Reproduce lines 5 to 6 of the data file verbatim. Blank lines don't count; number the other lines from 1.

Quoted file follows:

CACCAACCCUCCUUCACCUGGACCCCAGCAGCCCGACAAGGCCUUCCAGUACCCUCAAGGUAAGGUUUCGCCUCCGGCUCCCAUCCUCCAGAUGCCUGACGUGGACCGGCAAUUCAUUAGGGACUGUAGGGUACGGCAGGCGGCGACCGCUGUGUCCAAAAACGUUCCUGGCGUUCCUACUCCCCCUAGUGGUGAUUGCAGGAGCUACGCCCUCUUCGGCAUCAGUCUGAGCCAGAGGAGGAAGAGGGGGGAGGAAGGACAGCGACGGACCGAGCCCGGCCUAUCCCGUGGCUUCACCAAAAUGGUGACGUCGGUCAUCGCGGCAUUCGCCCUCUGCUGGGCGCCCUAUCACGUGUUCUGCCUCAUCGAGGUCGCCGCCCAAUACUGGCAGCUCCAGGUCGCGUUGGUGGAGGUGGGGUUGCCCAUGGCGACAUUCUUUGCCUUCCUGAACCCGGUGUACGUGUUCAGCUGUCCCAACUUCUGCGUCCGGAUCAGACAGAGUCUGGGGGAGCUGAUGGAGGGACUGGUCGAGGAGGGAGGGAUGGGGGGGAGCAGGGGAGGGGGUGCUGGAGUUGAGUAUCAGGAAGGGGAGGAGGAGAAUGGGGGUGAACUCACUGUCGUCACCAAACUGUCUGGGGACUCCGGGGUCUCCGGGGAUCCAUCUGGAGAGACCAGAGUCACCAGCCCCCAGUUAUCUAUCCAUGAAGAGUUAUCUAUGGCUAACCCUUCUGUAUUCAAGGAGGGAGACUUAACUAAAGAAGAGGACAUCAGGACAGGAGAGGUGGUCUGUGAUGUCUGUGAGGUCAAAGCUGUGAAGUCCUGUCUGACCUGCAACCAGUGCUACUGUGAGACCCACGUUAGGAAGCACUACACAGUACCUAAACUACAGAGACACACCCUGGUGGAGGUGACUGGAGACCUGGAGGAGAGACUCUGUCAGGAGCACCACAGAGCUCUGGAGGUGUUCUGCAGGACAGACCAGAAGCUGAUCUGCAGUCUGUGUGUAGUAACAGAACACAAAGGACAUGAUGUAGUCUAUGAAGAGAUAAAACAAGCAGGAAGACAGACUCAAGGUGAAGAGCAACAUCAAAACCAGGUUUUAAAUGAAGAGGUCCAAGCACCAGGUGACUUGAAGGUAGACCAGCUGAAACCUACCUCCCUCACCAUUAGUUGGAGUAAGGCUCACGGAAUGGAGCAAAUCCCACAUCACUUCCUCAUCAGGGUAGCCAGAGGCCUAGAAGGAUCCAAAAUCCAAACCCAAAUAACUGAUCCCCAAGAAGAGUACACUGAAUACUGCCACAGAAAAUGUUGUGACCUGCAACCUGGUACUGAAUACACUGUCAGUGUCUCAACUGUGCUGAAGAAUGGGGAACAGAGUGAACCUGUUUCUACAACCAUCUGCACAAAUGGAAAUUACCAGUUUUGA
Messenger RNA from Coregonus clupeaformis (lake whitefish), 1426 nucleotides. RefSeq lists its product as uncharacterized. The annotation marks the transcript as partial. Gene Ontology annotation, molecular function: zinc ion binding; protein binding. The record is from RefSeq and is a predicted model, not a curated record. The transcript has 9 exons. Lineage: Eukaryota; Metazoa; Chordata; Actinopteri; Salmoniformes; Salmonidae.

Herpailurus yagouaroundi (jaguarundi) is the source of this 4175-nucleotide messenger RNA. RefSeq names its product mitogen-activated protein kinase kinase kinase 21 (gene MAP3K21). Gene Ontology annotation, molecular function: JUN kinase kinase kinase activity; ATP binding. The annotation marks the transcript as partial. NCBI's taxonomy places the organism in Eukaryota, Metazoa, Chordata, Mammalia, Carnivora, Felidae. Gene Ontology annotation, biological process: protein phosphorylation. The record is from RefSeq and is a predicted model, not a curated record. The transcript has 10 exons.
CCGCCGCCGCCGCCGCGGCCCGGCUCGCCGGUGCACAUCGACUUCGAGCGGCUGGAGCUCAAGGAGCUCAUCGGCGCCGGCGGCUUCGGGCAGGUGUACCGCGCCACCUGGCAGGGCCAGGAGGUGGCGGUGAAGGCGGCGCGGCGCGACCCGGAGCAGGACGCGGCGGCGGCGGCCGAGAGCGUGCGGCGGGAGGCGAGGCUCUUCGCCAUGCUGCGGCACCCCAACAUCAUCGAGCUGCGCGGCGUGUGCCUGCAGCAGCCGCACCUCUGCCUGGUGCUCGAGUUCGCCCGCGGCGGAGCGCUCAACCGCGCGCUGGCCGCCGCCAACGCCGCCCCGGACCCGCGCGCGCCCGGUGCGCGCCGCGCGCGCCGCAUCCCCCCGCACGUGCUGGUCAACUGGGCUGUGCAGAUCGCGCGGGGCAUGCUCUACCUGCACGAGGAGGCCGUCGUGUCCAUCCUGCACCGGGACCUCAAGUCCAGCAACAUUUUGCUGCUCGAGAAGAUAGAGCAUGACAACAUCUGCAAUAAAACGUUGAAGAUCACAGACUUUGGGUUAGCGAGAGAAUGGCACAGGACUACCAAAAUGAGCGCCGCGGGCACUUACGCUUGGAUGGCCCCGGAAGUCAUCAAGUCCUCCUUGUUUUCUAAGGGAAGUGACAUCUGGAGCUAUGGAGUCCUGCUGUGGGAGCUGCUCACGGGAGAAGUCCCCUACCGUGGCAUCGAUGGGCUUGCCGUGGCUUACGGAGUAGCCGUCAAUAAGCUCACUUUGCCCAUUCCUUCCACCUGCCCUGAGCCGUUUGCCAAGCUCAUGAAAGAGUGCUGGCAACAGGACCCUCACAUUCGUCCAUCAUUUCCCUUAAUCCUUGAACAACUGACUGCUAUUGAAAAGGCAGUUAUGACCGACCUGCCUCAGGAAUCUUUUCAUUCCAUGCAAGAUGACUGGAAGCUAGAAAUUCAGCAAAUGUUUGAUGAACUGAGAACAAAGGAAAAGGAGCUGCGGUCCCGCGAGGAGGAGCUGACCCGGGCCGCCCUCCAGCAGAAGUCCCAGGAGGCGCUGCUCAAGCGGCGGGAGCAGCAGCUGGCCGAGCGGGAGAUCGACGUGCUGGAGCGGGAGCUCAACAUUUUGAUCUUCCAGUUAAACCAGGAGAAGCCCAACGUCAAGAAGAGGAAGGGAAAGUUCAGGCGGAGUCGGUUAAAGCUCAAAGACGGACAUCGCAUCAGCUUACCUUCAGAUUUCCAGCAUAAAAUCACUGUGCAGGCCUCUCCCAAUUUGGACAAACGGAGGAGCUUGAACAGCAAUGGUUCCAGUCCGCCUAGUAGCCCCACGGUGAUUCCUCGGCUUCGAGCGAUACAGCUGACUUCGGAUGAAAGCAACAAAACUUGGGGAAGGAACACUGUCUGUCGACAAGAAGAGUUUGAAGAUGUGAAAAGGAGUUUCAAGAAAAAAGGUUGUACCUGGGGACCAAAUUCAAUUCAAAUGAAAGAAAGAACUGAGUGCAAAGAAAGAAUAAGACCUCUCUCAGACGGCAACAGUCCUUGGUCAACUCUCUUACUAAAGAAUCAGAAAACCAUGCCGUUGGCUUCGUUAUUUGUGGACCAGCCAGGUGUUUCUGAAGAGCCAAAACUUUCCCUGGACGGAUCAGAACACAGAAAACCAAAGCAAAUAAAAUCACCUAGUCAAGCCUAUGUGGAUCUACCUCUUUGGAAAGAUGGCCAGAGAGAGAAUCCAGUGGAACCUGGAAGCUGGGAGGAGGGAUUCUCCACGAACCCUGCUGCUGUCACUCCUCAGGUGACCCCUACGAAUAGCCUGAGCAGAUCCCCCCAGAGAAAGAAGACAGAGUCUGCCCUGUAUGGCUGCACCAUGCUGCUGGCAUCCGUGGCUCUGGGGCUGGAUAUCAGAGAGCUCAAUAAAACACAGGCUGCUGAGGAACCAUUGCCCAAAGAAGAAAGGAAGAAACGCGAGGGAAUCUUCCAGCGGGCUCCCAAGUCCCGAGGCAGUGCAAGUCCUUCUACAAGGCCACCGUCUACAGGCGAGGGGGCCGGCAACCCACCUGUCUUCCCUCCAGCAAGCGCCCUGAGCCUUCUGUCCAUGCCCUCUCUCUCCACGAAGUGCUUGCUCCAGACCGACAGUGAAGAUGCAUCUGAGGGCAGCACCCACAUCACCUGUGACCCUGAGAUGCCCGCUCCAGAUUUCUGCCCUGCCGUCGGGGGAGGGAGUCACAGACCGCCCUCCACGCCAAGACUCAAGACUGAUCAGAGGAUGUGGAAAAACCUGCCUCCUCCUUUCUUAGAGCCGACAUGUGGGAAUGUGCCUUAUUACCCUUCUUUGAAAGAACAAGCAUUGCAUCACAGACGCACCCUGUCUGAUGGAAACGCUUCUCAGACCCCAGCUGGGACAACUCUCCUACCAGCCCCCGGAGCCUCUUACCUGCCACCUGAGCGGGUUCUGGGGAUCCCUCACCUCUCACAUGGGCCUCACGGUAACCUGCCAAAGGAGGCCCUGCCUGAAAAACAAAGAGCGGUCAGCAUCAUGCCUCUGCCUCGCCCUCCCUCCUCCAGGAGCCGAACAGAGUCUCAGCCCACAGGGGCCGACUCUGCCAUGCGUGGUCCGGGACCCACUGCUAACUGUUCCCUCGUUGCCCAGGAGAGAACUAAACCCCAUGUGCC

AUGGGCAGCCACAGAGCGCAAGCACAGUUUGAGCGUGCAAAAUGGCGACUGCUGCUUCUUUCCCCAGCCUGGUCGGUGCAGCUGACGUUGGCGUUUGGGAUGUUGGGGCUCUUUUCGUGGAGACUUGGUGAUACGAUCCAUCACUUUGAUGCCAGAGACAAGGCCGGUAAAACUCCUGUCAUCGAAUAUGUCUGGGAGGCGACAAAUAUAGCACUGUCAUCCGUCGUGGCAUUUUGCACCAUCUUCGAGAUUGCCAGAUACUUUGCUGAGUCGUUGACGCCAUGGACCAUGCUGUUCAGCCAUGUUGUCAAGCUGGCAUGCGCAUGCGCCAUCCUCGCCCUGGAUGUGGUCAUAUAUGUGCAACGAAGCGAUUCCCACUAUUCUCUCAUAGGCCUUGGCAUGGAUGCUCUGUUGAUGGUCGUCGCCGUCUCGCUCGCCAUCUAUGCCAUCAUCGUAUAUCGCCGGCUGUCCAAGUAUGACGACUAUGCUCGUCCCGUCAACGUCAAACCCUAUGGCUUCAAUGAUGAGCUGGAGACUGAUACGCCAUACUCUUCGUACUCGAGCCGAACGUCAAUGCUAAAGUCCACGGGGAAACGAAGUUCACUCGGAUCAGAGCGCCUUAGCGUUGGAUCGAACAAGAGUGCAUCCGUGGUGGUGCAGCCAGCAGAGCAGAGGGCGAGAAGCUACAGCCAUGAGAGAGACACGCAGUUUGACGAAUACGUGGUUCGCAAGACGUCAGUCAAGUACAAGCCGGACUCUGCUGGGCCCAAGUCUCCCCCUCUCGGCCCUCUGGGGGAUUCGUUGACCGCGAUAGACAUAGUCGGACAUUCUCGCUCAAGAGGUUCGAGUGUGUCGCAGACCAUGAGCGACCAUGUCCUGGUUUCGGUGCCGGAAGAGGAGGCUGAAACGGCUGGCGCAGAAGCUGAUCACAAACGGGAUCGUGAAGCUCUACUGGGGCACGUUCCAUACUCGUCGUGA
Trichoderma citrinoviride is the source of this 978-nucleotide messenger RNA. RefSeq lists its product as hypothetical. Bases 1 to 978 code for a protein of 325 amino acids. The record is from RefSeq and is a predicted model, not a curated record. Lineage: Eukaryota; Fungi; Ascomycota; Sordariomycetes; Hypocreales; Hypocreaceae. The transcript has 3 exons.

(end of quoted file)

AUGGGCAGCCACAGAGCGCAAGCACAGUUUGAGCGUGCAAAAUGGCGACUGCUGCUUCUUUCCCCAGCCUGGUCGGUGCAGCUGACGUUGGCGUUUGGGAUGUUGGGGCUCUUUUCGUGGAGACUUGGUGAUACGAUCCAUCACUUUGAUGCCAGAGACAAGGCCGGUAAAACUCCUGUCAUCGAAUAUGUCUGGGAGGCGACAAAUAUAGCACUGUCAUCCGUCGUGGCAUUUUGCACCAUCUUCGAGAUUGCCAGAUACUUUGCUGAGUCGUUGACGCCAUGGACCAUGCUGUUCAGCCAUGUUGUCAAGCUGGCAUGCGCAUGCGCCAUCCUCGCCCUGGAUGUGGUCAUAUAUGUGCAACGAAGCGAUUCCCACUAUUCUCUCAUAGGCCUUGGCAUGGAUGCUCUGUUGAUGGUCGUCGCCGUCUCGCUCGCCAUCUAUGCCAUCAUCGUAUAUCGCCGGCUGUCCAAGUAUGACGACUAUGCUCGUCCCGUCAACGUCAAACCCUAUGGCUUCAAUGAUGAGCUGGAGACUGAUACGCCAUACUCUUCGUACUCGAGCCGAACGUCAAUGCUAAAGUCCACGGGGAAACGAAGUUCACUCGGAUCAGAGCGCCUUAGCGUUGGAUCGAACAAGAGUGCAUCCGUGGUGGUGCAGCCAGCAGAGCAGAGGGCGAGAAGCUACAGCCAUGAGAGAGACACGCAGUUUGACGAAUACGUGGUUCGCAAGACGUCAGUCAAGUACAAGCCGGACUCUGCUGGGCCCAAGUCUCCCCCUCUCGGCCCUCUGGGGGAUUCGUUGACCGCGAUAGACAUAGUCGGACAUUCUCGCUCAAGAGGUUCGAGUGUGUCGCAGACCAUGAGCGACCAUGUCCUGGUUUCGGUGCCGGAAGAGGAGGCUGAAACGGCUGGCGCAGAAGCUGAUCACAAACGGGAUCGUGAAGCUCUACUGGGGCACGUUCCAUACUCGUCGUGA
Trichoderma citrinoviride is the source of this 978-nucleotide messenger RNA. RefSeq lists its product as hypothetical. Bases 1 to 978 code for a protein of 325 amino acids. The record is from RefSeq and is a predicted model, not a curated record. Lineage: Eukaryota; Fungi; Ascomycota; Sordariomycetes; Hypocreales; Hypocreaceae. The transcript has 3 exons.